Kingdom of the Planet of the Apes Retrieves Franchise from Prequel Loop Trap

Kingdom Of The Planet Of The Apes looks like a wormhole into Fox's past. The original Planet Of The Apes movies helped to establish Fox as a home for sci-fi, predating even their distribution of the Star Wars movies. It made sense, then, that in the wake of Star Wars, Alien, Predator, and various James Cameron projects, the studio would want to revive the franchise. Various actors and filmmakers shuffled on and off various Planet Of The Apes projects for years, stalling out off and eventually on screen: Tim Burton's 2001 redo made a ton of money but didn't satisfy audiences enough to justify a sequel.

A decade later, however, Fox brought the property back from the brink, and that rebooted series is now four movies in, with a fifth seeming likely, and the possibility of surpassing the original movies in sight. (In terms of numbers, anyway.) With Kingdom Of The Planet Of The Apes, the first entry under Disney's reign, the apes now wander the ruined post-apocalyptic remains of their parent company. Though it's comforting to see a form of Fox still making Aliens and Predators and Apes, it's hard to say whether this counts as a victory. Certainly Kingdom Of The Apes is a lavish spectacle, mixing some seemingly real locations with a cast made up primarily of motion-capture animated characters so convincing you may forget to drop your jaw over the course of 150 minutes.

It's a long way, in other words, from Rise Of The Planet Of The Apes, the 2011 movie that restarted the series without its best-known twist. At the close of the 1968 original, Charlton Helton's astronaut character discovers that he hasn't crash-landed on a distant planet, but rather Earth in the distant future, after mankind has wrecked things up real good, ensuring their replacement by super-intelligent primates. (Not to be outdone, the movie's somehow-G-rated sequel manages to wreck the planet even more.) Kingdom even addresses some of that uncomfortable push-pull—the way the humans' gradual social loss to the apes nags at them as unnatural, as somehow unfair.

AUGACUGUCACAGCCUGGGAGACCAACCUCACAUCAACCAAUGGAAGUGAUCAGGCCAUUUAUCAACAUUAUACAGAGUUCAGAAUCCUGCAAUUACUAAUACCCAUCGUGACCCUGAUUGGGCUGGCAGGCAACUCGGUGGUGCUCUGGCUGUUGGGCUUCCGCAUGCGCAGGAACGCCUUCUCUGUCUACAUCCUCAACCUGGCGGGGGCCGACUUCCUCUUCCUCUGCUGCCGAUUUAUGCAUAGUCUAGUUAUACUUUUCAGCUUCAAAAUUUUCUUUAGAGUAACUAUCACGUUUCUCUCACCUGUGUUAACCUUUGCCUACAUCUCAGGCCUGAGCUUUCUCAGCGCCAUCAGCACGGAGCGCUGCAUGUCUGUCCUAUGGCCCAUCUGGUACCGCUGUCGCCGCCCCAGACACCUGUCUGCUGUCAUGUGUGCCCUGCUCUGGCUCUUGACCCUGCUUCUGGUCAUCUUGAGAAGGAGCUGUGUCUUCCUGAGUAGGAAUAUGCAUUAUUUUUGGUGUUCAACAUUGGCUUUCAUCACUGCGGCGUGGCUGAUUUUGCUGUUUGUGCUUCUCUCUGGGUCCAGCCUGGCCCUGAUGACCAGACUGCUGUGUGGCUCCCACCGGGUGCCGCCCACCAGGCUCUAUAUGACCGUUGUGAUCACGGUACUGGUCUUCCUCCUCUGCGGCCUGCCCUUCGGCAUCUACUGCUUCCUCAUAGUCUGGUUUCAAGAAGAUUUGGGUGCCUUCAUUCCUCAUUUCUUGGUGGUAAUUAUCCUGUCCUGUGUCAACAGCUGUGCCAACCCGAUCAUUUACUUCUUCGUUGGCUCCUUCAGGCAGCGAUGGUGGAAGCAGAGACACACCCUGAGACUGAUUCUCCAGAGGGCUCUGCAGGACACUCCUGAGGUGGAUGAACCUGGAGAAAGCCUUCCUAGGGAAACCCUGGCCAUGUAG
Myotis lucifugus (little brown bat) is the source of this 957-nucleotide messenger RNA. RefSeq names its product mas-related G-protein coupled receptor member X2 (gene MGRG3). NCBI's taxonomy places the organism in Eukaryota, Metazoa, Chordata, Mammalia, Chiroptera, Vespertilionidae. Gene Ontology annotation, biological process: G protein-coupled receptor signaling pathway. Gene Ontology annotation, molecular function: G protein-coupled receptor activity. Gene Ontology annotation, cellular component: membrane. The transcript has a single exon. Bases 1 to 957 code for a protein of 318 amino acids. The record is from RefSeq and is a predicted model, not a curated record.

Rise Of The Planet Of The Apes takes humankind from what looks like our world to what looks like, well, our world a decade later—on the brink of pandemic disaster—over the course of a compact running time, all while developing Caesar and several of his ape compatriots as (mostly) non-speaking characters. Wyatt still finds time for stylish touches, like how the fakeness of Caesar's ape-shelter habitat feels reminiscent of a movie soundstage, providing an extra burst of exhilaration when Caesar busts out through the rooftop into the nighttime. Rather than turning Planet Of The Apes chintzily "realistic," the movie uses that kinda-sorta realism to make its leaps feel weightier and more momentous. When Caesar makes his first guttural cry of "NO!"—a much-referred-to event from the earlier series—it's still a chill-inducing moment, even after so many sequels where Caesar and other apes chat at length.

Continuing the X-Men parallels, the immediate Apes sequels, stately and handsome as they are under the direction of Matt Reeves, have a little trouble recapturing that momentum, and sometimes threaten to sink under their own weighty tastefulness. (OK, the tastefulness part is not really part of the deal, but that first X-Movie has a charm that sometimes eludes its more impressive sequels.) Their use of Fox's beloved Canadian Forest locations is evocative, sure—more like the moody The Wolverine than the wandering-around X-Men: The Last Stand—but it's not as much fun as watching apes turn San Francisco into an impromptu battleground. The older series may have faced diminished budgets as they went on; the third one saves money (and avoids a seemingly dead end to the previous installment) by importing a few apes to contemporaneous San Francisco. But Conquest Of The Planet Of The Apes, for example, takes place in a distant science-fiction society despite the corners cut on makeup and effects. Kingdom, the new post-Reeves installment, gets a little closer to that otherworldliness, and with CG that hasn't diminished in quality—but it's still lots of fields and trees.